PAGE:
I will never shut up about co-op. I swear choosing a cooperative education program was one of the best decisions I’ve ever made. I know it sounds dramatic, but I truly believe this. When I started my first “big-girl” gig a couple months ago, I felt way less nervous than I ever have. Of course, there are still many things I need to learn, but knowing how to operate in an office environment, understanding culture and being familiar with a similar space opened me up to being able to ask more questions and receive more clarification when training. I felt so much more prepared for the workforce because of co-op than my friends who chose to work part-time summer gigs instead. Both of these opportunities are valid and amazing, but if you can explore this option I highly recommend you do.

The final area of opportunity I took advantage of in school was through part-time jobs. Did you know I have a pet nutrition certification? Well, I can thank working at a pet store for that. Usually I took on these opportunities as a way to getting some extra cash - so you might want to too. One summer I also worked remotely for a marketing company for only a few hours a week. Even though my paycheck was only like $150, that’s 150 more dollars than I would have had! If you can find a part-time job that is flexible with hours, or group your job near class time and go straight there, you’ll be able to earn an income while also managing school. I also recognize that this is not always possible for everyone, so don’t stress if you can’t. Just look around you and try to seize all of the opportunities that become available to you.

Support comes in a variety of forms.

I know it’s almost a cliche to say that student’s don’t take advantage of the services that are offered, but seriously, we don’t. Many of the services that I grew to know, I actually found out through working at the University of Waterloo, not necessarily by being a student. Of course, not every student will need every single service, but knowing about them will seriously help you when you’re in a tough situation.

For instance, when I had housemate problems in my second year of university (while living in an apartment), he threatened to sue me and my other housemate for the rent that he owed because he decided to move out eight months early from his lease. Now, you’re probably like WTF I DON’T KNOW HOW TO DEAL WITH THAT. Well, we didn’t either. So what did we do? We called our landlord and cried to him. Luckily he was an awesome guy and obviously wasn’t going to charge us for some lazy dude’s rent, but looking back I can think about how I really needed help. Fast forward a few months, where I had a co-op program in the Housing department at the University of Waterloo.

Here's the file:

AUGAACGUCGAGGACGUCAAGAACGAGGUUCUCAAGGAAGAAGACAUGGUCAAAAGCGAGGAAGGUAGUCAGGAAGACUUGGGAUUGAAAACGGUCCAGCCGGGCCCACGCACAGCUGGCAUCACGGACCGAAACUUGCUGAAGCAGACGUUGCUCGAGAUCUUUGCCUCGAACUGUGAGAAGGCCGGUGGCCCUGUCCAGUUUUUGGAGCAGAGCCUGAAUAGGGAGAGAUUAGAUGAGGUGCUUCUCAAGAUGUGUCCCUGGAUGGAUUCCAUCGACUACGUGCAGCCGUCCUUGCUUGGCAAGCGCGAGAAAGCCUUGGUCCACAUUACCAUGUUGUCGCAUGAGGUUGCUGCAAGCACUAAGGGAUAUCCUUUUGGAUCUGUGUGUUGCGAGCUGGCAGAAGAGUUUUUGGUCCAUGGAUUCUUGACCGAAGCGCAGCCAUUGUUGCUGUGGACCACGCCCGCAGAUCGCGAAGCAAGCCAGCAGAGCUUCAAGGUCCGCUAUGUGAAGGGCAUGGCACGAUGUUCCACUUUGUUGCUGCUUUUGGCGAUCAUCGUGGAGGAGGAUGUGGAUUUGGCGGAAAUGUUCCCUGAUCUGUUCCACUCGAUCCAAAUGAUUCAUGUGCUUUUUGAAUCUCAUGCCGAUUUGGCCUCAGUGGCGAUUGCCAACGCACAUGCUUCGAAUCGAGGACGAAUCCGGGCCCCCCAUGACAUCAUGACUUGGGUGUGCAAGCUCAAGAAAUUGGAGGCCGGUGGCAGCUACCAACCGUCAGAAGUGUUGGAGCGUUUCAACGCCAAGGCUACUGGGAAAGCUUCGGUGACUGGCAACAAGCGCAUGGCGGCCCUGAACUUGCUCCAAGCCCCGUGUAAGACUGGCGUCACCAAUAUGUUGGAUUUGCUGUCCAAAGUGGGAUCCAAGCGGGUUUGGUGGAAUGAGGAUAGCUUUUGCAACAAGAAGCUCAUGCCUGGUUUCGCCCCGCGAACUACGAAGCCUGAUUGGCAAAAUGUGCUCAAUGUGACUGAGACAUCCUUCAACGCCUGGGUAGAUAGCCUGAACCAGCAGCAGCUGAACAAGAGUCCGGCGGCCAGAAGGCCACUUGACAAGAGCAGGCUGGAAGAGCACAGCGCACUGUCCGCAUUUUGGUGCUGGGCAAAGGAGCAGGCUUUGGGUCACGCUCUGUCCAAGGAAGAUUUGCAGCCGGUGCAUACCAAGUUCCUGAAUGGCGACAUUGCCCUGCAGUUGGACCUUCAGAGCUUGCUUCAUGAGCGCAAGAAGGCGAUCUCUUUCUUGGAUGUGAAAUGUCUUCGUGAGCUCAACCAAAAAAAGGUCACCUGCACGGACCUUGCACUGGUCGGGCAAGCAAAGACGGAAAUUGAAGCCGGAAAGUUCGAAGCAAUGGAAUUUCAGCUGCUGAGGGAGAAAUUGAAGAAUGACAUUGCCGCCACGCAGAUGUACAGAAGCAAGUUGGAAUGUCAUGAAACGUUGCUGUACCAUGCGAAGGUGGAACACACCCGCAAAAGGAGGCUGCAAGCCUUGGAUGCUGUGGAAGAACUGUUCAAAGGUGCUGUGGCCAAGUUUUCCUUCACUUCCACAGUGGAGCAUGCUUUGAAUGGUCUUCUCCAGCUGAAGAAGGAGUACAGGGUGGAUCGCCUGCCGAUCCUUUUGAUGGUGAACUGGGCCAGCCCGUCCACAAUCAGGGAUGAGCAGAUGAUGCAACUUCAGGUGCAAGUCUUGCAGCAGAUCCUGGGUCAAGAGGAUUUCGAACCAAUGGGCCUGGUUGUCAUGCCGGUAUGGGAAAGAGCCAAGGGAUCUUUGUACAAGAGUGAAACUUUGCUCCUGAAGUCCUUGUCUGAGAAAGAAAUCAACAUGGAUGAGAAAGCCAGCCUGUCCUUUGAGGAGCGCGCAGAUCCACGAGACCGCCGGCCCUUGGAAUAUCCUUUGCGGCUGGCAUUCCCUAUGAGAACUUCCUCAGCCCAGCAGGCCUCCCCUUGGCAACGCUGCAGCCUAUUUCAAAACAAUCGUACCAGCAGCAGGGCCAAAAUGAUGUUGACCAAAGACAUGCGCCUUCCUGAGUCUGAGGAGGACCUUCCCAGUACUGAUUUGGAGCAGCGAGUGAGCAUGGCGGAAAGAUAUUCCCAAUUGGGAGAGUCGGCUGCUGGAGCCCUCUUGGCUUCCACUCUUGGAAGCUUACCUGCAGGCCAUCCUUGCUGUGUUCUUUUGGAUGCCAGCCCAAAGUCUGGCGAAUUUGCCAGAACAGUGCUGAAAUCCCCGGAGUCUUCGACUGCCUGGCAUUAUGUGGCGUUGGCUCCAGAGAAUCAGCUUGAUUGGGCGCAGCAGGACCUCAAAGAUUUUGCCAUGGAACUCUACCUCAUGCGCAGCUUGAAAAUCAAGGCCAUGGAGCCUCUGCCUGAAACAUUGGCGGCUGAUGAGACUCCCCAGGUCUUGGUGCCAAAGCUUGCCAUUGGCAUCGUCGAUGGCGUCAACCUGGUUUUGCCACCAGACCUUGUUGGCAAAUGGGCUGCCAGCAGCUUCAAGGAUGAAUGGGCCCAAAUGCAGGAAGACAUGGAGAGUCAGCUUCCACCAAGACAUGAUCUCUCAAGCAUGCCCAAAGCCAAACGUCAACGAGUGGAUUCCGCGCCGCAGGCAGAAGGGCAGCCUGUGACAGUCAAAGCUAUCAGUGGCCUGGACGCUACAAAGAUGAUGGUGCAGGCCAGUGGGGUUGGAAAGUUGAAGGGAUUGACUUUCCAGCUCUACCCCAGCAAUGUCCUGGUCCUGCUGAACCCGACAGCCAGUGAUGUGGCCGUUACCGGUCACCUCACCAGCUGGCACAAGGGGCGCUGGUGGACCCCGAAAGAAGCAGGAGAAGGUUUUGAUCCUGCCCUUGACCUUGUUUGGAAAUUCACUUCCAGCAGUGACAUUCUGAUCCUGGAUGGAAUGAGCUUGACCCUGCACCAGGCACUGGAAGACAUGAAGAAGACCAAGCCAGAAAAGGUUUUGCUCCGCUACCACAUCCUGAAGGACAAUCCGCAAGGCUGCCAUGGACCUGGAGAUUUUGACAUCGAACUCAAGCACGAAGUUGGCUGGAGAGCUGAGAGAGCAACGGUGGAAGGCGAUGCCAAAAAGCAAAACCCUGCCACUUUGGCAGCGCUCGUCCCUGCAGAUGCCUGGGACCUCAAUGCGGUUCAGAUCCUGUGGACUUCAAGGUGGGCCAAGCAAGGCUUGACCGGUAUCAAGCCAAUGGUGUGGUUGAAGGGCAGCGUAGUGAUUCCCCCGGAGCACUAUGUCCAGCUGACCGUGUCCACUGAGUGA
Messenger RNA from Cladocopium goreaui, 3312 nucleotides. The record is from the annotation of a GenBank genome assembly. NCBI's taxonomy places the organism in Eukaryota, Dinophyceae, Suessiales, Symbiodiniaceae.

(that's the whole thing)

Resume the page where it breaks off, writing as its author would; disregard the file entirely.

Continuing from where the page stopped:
There I learned that they offer lease-review services (to ensure there’s nothing sketchy in your lease), provide resources for finding housing in the region and guidance for legal action students can take against landlords and other tenants. From that co-op I learned how I could have handled that situation - so before you go running and crying to your landlord, look into your university to see if they offer any guidance. Event if it’s not through your Housing department like mine, maybe it’s through legal services or guidance counselors. You pay this institution lots of money, use it to the fullest!

After this scenario, I was more likely to use services when faced with a tough situation. For instance, when I had trouble finding a co-op job, I went for a resume critique. When I lost my job, I tapped into student job opportunities through our portal, and when I wanted to make new friends I attended Clubs Day as a way to find like-minded people. If you don’t search it out, you won’t be able to find a solution. Don’t think that support is strictly mental-health or education focused. All of the resources that are pumped out of universities are chosen because there is a demonstrated need for them. There’s also always someone who is willing to help.

There’s even more to learn once you graduate.


If you’re reading this you’re probably not exactly thinking about graduation - but if you are I won’t hold it against you. I thought about it every day since my second year until it finally happened. But what you might not know if that there are benefits that you gain access to by being an Alumni at a university. Some off the top of my head include discounts on products like private insurance, loyalty programs, and access to exclusive events. Take advantage of these as well!!

I hope you learned a little bit more about what my experience was like in university and what I wish I had known sooner. As my undergrad gets farther and farther away, I think more about my time there. If you’re interested in reading more about what my time at the University of Waterloo was like, or just about student-living itself, leave a comment below on what you’d like to read more about. I love getting feedback from you!